Eyewitness to 100 years of change
Woman reflects on century of life
March 29, 2023
Hope Burns sits in her living room, trim, matter-of-fact, steady gaze. A visitor might guess she was 80.
Her manufactured home is tastefully decorated, as is her yard outside, her Chrysler neatly parked in the carport.
Looks can be deceiving, though. Burns will celebrate her 100th birthday April 7.
Somewhat deceiving, also, is her low-key demeanor. Burns' life, like many who reach the century mark, includes some noteworthy accomplishments.
She never went to college, but she supervised the management of Portland Public Schools' retirement program for 20 years.
She was a Rosie the Riveter defense worker during World War II.
After retiring, she created a Portland housing development, pretty much on her own.
But first things first.
Burns was born April 7, 1923, on a ranch operated by her Scottish grandfather, four miles outside Hecla, S.D., a short distance south of the North Dakota border.
"My grandfather was hired by a couple of brothers in New York who had many business interests," Burns said. "He came over here as an expert on sheep, but he ended up raising the Aberdeen Angus cattle, and he held the international championship for that.
"It took him five years to get Grandma and his seven children to the United States. And my father was the first one born in the U.S."
She and her two siblings grew up in the area. She particularly recalls doing "a lot of swimming" in the James River, or as she puts it, the "Jim River."
"I actually learned to swim in a horse tank," she said. "My grandfather had a 180-gallon tank and that's where we learned to swim."
During their high school years, they lived in town, closer to the school, she said. Burns graduated in 1940 and the following year she moved to Portland with a friend to join the war effort.
"I came to Oregon with another girl because wherever there was war industry, we knew there was a job," she recalled.
She became a welder – "Navy-certified."
"After I started welding I would hear the 'ding ding ding' of a crane coming in and I had to quickly move to the side because there was a load of steel coming in. And so I thought that would be a good job. So I went to see the rigging foreman. And I became a crane operator. And that's what I did for the rest of the war."
Then the war ended.
"The young men came back and we put our dresses on and went back to the kitchen," Burns said.
She worked a variety of jobs – "in a soda fountain for a while and then I went to work at Good Samaritan Hospital, doing billing for them."
Actually, she said, it took a while for Oregon to grow on her.
"I didn't really like it here at all, because it rained," Burns said. "Everyone said, 'Stay one year, and you'll always come back.'"
"I went back to the Midwest four times and I came back to Oregon."
Her first move east was to Minnesota, where her parents had moved, to Austin, where a Hormel meatpacking plant was located.
When she returned, in 1947, she met a Portland police officer, Stewart Morris. They were married the next year and had one son.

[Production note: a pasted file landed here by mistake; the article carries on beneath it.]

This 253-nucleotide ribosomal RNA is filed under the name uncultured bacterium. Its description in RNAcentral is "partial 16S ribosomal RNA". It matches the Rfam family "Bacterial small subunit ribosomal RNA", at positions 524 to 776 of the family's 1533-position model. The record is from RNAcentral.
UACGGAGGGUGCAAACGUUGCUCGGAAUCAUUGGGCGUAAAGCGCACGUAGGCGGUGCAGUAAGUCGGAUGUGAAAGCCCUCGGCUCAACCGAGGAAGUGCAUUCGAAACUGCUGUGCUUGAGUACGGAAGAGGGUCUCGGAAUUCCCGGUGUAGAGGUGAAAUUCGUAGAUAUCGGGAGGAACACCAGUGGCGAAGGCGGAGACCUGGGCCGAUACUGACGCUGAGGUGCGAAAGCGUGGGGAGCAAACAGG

"I lost him when he was 23," Burns said.
She and Morris were married for 20 years.
In 1968, she married Bruce Burns, a real estate appraiser in Portland. They were married 30 years before his death.
Over the years she worked in various careers, as a mortgage officer and then, for 20 years, as executive director of the teachers retirement program for the Portland school district.
"If they wanted to retire, I was the one they had to see because I paid their pension," Burns said, smiling.
After she retired, at 65, she developed the 12-residence Heatherbrae subdivision in Portland – "and I built my dream home."
The development included two acres of greenspace, of which she takes particular satisfaction.
Her husband "was a big help," she said, but it was her project. "I'd always been interested in that," she said, noting that she'd worked as a mortgage loan officer.
Burns said she'd been living in a retirement home in Portland, but decided to move to Sweet Home three years ago to be nearer her grandson, who then lived in town.
"I like the feel of Sweet Home," she said. "One thing I like about here is the sun comes out every day."
She enjoys the Senior Center and she really likes it "when I walk into the bank and they call me by my first name. They do the same thing at the service station."
However, she added, the great-grandchildren who "brought me to Sweet Home" aren't living here any more and another grandson who is encouraging her to move to Pleasant Hill, so she said she may take him up on that.
Burns offers one piece of advice to those who want longevity: "Don't smoke."
"My father died at 67 because he started when he was 14," she said.
She said one of the biggest changes she's seen in her 100 years of life has been the role of women in society.
"I think I have seen women making their mark. What has surprised me is that in this latest pandemic that we have had, how many women doctors there seem to be. I didn't realize how many that there had been, but I have seen a lot of them now.
"Women, well, they found out they could do almost anything a man could do."